Pointers for the Examination Technique
With regard to physical examination, the article states that a child’s throat and ears should be inspected, and the lungs and heart auscultated, and if the child is in pain, the site where the pain is felt should be localized. This strikes me as unsatisfactory in the context of such a seminal article. Important pointers in this setting should include:
The patient should be fully undressed during the examination (one sees increasingly often mothers who are apparently used to seeing their children auscultated above/through the neckline in their rompers, at the front and at the back, in a quasi-improvised fashion that only mimics a proper examination, even in pediatric practices.
Signs of meningitis should be excluded in all febrile children.
Palpation of the abdomen and the most important lymph nodes is, of course, one of the important steps in the examination.
A sentence in Figure 2 in the article that irritates me, is “search for cause, urinalysis if cause is unclear”. I wish to remind readers that we can identify genuine causes only in very rare cases, and it is a very subjective assessment on any pediatrician’s part, whether they consider a cause as sufficiently confirmed in the concrete case scenario (for example, “viral infection,” which is usually no more than an assumption). In other words, this means that in a febrile infant, urine testing is to be done as a matter of course; the younger the child, the more urgently (even though it may be slightly more laborious—it still can easily be organized in the outpatient setting).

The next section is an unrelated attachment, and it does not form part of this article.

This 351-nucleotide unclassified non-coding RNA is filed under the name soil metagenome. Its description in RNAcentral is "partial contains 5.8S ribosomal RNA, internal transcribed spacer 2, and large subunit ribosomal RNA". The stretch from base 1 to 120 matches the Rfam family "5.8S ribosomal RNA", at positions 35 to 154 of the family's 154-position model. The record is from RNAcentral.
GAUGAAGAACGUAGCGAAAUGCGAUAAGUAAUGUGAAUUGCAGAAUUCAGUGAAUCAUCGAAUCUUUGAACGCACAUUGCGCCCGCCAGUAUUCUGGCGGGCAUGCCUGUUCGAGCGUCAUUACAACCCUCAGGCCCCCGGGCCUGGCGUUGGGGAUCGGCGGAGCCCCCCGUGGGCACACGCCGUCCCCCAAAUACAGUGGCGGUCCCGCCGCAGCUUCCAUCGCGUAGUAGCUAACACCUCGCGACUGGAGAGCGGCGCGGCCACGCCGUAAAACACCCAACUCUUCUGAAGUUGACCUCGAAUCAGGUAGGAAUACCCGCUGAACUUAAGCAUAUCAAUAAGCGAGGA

Dr. med. Thomas Müller
Retired Pediatrician in Private Practice, Waren
Conflict of interest statement
The author declares that no conflict of interest exists.
|1.||Niehues T: The febrile child: diagnosis and treatment. Dtsch Arztebl Int 2013; 110(45): 764–74 VOLLTEXT|